New flight just a dream for the future?

The ‘e-Genius’ is a one-man electric aircraft, developed by the Institute of Aircraft Design at Stuttgart University. The first flight took place on 25 May 2011. Top speed: 270 km/h, span: 17 m, length: 8.1 m/Image: Institute of Aircraft Design, Stuttgart University

In the summer of 2015, Airbus sent an electrically driven two-seater, the “E-fan”, across the English Channel. At the same time, “e-Genius”, also a two-seater battery-powered aircraft, developed at the Stuttgart Institute, flew to Milan and back. Energy costs: only 20 Euro.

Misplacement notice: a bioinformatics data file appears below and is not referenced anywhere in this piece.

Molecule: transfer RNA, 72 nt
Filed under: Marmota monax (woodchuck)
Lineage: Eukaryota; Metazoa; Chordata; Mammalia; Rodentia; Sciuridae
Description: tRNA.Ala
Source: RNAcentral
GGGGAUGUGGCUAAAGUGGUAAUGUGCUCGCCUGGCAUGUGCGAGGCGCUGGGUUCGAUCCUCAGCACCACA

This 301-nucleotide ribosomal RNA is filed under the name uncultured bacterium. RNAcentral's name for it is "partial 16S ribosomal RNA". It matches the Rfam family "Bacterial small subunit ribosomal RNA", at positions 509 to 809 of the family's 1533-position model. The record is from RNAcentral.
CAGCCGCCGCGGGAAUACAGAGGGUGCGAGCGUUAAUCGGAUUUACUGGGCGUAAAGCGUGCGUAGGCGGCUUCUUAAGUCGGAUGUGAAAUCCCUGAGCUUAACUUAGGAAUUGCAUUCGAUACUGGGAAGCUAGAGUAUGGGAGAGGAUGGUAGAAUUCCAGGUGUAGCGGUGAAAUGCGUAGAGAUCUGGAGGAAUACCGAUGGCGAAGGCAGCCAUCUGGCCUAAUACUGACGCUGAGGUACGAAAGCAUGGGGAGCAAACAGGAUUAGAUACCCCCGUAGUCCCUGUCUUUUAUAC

At present, the Stuttgart Institute is developing a hybrid aircraft. The lithium polymer battery is to be supplemented by a generator powered with diesel, kerosene or agrosprit. The biggest problem remains with the batteries, which are still too heavy. Another problem is the cost. Developing a new aircraft is very expensive. “The range is from 50 to 100 billion euros,” said Gernot Klepper of the Institute for World Economy in Kiel. Development requires a commitment of 20 years. Airbus, for example, expects standard operations for its electric aircraft to commence no earlier than the year 2050. Also, industry representatives demonstrate caution: it will be a while yet before any alternative, environmentally-friendly fuels are implemented. Until then, the industry is focusing on sustainable alternative fuels and “process optimization”. Continue reading “New flight just a dream for the future?” »